Bodies in Silence
That’s the title of a print article in the January 12th hard copy of The Christian Century (different title online). The author is Chris Palmer, a Presbyterian minister in Waco, Texas. Palmer admits that digital tools like Zoom are useful for churches in this Age of the Pandemic. However, he emphasizes the limits of such technology. In particular, he argues that the silence built into religious services loses its effect on virtual media.
He writes (and many Quakers would agree) that
Silence is about presence, not just absence…. It is a
pregnant stillness that raises heart rates and releases
endorphins within the pathways of our bodies. It
is about the quiet friction between individuals gathered
in space. It is that eerie awkwardness, when there is an
excess of silence in a church service, that makes us notice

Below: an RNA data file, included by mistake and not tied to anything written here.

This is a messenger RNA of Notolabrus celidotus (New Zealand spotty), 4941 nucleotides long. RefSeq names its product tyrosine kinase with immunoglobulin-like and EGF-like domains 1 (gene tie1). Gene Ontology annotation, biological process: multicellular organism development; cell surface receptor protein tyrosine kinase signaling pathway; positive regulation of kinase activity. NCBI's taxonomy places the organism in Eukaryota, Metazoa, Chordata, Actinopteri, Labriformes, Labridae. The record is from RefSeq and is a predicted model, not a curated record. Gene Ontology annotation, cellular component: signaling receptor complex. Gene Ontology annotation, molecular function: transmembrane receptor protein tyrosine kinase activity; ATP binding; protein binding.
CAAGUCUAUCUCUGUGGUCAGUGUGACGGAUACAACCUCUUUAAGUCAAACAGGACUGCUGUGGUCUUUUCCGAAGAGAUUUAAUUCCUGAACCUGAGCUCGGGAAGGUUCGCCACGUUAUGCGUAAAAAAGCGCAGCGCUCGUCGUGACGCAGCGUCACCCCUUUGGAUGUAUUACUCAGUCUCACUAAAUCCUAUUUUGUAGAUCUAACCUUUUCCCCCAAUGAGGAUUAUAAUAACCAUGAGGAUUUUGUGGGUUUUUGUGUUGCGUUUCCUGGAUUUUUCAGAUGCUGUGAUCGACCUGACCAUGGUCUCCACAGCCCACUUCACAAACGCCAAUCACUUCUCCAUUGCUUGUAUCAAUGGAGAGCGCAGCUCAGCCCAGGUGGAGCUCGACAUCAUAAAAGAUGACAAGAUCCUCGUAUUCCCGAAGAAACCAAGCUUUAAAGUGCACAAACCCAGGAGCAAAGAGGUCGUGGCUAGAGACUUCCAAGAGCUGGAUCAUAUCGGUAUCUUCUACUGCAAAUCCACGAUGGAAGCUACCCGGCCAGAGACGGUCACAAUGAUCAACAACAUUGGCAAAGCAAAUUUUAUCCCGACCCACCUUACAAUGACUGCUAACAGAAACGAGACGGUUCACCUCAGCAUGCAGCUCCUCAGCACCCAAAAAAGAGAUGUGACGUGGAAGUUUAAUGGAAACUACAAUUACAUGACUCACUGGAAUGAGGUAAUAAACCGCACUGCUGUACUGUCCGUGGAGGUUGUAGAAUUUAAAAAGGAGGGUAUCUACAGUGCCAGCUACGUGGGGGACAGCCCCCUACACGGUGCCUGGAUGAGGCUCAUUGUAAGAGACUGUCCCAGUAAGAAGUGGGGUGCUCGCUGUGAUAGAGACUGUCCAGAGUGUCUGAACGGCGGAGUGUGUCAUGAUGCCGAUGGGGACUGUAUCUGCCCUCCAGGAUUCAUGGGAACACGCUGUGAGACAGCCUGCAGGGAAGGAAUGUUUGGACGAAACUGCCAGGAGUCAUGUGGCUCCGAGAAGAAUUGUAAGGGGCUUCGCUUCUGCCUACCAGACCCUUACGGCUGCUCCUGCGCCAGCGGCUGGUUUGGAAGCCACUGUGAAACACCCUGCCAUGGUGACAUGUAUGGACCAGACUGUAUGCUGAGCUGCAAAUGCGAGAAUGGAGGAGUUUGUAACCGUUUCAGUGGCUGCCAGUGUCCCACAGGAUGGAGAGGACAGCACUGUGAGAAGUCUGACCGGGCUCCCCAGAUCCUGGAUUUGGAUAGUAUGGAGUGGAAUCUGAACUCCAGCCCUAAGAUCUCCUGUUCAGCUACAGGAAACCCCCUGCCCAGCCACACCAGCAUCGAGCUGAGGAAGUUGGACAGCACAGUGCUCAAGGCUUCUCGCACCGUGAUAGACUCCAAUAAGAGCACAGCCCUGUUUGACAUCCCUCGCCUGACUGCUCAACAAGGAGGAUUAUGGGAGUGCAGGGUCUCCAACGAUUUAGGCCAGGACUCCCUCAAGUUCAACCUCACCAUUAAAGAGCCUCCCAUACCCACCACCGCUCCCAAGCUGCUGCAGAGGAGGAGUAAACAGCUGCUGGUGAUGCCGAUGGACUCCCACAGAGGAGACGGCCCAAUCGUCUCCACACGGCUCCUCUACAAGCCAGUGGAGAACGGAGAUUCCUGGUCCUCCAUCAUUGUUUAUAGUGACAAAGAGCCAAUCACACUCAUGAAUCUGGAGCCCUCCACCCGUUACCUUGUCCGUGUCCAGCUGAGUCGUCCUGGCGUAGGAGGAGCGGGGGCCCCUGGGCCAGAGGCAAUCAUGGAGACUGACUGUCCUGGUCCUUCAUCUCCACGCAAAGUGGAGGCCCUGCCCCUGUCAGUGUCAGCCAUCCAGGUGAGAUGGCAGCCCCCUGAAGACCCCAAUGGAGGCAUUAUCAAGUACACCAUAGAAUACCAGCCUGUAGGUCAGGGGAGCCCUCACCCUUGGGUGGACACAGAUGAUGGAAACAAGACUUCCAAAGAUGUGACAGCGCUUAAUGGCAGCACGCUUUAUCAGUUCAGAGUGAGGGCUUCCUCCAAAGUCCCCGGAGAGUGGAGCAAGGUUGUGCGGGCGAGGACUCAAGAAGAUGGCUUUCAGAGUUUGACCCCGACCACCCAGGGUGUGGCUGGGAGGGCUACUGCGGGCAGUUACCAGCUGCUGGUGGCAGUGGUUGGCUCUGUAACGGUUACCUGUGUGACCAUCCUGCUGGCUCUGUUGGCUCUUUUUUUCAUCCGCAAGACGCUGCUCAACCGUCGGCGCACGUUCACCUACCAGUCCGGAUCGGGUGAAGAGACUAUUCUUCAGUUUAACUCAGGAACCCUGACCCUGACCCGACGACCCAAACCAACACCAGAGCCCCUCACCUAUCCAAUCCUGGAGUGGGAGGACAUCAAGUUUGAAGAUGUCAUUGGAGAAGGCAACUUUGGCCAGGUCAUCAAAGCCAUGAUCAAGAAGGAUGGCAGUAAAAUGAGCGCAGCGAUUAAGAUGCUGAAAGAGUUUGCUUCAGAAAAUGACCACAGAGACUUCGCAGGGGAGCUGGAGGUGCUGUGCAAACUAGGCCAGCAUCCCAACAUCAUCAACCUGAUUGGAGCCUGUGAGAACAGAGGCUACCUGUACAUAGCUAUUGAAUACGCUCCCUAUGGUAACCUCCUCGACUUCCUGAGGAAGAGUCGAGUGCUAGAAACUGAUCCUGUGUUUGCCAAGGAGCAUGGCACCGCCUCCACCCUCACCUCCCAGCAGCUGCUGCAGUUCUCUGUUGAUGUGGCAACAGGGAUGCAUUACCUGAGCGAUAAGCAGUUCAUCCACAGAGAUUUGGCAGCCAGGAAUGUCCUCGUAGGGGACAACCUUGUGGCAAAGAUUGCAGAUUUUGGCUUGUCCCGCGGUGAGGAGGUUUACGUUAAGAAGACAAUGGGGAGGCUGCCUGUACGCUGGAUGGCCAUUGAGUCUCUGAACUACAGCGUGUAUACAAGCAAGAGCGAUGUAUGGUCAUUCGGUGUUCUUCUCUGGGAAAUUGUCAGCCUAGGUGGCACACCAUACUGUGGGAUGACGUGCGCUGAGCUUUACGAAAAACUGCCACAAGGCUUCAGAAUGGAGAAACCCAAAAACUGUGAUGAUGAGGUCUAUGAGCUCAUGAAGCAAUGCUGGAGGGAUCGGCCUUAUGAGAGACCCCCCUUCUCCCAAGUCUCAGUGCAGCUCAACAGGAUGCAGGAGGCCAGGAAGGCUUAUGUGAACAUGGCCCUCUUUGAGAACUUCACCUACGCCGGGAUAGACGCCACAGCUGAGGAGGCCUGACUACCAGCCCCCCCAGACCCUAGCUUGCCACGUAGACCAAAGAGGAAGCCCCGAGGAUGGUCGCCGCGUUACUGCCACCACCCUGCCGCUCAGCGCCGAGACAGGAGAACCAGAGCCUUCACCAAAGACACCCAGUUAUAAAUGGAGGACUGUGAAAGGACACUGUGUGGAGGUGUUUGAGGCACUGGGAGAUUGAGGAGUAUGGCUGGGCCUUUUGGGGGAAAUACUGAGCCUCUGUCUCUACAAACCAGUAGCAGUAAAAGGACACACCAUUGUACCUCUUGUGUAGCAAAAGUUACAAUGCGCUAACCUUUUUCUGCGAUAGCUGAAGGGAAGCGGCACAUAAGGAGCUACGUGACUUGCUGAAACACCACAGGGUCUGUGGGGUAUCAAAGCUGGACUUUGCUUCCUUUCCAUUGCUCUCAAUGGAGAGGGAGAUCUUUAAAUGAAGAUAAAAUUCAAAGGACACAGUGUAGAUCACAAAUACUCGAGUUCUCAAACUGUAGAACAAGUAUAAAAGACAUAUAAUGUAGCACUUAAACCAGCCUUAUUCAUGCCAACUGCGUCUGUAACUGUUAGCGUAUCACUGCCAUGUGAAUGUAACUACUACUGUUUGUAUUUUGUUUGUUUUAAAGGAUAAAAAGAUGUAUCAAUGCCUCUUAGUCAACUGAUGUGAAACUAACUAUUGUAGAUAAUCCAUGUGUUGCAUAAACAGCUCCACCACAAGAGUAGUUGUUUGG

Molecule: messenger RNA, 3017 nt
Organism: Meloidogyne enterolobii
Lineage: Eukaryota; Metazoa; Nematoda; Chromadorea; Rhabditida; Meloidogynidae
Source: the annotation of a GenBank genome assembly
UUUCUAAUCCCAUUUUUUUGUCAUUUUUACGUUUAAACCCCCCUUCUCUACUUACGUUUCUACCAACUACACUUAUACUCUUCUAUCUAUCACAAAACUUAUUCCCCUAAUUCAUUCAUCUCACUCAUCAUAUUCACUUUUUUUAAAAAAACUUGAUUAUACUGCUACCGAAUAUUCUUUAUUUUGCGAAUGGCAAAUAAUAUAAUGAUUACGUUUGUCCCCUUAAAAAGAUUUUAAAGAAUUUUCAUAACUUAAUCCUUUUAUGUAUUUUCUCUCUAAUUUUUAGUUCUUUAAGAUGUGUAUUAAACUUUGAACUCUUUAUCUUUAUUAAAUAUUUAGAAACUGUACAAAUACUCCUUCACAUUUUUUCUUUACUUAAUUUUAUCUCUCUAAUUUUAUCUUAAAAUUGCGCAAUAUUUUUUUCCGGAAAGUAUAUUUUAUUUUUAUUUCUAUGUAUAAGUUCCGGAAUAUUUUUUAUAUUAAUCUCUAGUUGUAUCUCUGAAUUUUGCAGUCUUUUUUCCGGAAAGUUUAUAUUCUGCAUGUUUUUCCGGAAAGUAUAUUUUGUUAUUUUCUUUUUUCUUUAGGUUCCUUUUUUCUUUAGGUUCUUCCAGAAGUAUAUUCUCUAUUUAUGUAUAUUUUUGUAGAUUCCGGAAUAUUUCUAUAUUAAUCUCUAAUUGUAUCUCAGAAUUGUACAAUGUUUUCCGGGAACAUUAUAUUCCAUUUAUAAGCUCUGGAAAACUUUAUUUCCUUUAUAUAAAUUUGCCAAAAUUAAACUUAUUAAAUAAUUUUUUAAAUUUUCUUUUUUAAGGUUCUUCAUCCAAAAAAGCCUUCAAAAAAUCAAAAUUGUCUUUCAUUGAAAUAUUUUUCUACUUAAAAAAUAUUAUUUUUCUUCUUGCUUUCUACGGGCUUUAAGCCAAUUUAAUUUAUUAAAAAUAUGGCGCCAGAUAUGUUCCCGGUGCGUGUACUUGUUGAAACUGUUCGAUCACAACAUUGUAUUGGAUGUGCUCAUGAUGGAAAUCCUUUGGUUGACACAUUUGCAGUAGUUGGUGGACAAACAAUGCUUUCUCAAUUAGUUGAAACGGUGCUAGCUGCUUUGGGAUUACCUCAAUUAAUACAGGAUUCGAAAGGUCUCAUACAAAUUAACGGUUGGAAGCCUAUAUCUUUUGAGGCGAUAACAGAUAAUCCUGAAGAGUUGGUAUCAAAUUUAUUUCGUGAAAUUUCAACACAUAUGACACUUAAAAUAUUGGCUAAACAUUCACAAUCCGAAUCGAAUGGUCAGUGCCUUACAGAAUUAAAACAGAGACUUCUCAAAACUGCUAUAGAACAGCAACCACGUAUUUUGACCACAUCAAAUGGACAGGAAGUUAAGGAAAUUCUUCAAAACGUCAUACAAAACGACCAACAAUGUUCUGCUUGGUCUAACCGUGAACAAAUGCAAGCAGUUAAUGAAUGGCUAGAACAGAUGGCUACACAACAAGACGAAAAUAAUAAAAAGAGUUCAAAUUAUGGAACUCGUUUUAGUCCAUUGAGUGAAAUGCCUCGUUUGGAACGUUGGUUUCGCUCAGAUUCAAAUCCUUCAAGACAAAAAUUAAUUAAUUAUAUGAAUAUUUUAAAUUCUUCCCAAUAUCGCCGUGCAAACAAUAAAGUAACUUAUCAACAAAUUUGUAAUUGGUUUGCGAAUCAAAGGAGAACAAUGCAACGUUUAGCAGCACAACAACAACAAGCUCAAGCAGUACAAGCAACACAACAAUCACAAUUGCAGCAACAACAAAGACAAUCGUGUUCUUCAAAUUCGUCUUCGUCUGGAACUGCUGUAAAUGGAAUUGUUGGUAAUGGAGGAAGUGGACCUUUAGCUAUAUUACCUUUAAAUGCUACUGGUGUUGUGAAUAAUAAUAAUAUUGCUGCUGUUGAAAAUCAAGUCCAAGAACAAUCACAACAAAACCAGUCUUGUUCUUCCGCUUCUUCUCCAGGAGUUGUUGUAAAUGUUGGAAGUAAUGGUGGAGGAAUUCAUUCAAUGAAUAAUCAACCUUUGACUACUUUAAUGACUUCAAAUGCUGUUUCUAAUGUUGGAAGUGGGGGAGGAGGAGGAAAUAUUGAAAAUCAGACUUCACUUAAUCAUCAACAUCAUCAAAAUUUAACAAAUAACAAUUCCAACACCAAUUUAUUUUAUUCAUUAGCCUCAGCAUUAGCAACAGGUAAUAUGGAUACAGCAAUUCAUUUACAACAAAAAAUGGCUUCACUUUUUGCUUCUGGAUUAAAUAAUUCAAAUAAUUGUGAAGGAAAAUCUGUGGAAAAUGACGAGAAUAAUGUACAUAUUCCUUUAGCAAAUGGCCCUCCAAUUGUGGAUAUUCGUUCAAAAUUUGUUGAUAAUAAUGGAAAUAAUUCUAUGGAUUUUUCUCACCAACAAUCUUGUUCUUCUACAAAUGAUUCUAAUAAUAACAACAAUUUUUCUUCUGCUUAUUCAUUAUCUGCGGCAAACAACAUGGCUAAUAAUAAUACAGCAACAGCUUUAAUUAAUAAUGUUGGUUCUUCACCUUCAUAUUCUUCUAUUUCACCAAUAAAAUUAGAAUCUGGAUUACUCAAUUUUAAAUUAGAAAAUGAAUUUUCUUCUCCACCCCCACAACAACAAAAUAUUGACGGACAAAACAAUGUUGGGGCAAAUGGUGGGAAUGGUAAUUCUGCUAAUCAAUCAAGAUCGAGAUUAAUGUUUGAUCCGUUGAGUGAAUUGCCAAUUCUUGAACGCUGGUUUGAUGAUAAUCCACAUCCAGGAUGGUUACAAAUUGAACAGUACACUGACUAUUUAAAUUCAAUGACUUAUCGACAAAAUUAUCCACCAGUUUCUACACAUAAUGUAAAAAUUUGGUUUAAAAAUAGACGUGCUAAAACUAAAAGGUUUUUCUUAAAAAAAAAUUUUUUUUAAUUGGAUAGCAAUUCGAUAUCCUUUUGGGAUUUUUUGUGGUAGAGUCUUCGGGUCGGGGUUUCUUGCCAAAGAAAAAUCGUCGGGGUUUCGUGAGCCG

the feeling of a neighbor’s presence. All this leads to my
somewhat counterintuitive conclusion that without other
people—without other bodies in space—silence is
I agree with Palmer that being physically present in a church or meetinghouse is the ideal, but I also believe that Palmer over-generalizes. For myself and other Friends, a virtual meeting is very conducive to silent worship and vocal ministry.
For example, in a N.Y.Times article Friend Joan Malin speaks of a new intimacy as she looks at faces and expressions on Zoom. “I really see that they (other Quakers) are deep in worship. There’s a vulnerability when someone is doing that, and here they are putting it onscreen for us to witness. It helps me get there, too.”
Well, I’ve laid out the controversy around online worship. I think I’ll relax now by listening to Weird Al Yankovic’s song about a 2,000-inch TV. Of course, for our meeting—in my opinion—a 32-inch TV would do just fine.
~ Richard Russell
Donald Newman Lathrop
1/20/2022 09:42:05 pm
Well said, Richard
joseph vincent olejak
1/24/2022 04:40:39 am
Richard, I couldn't agree more. I find the digital interface to be deadening to my spiritual practice.
1/24/2022 03:02:26 pm
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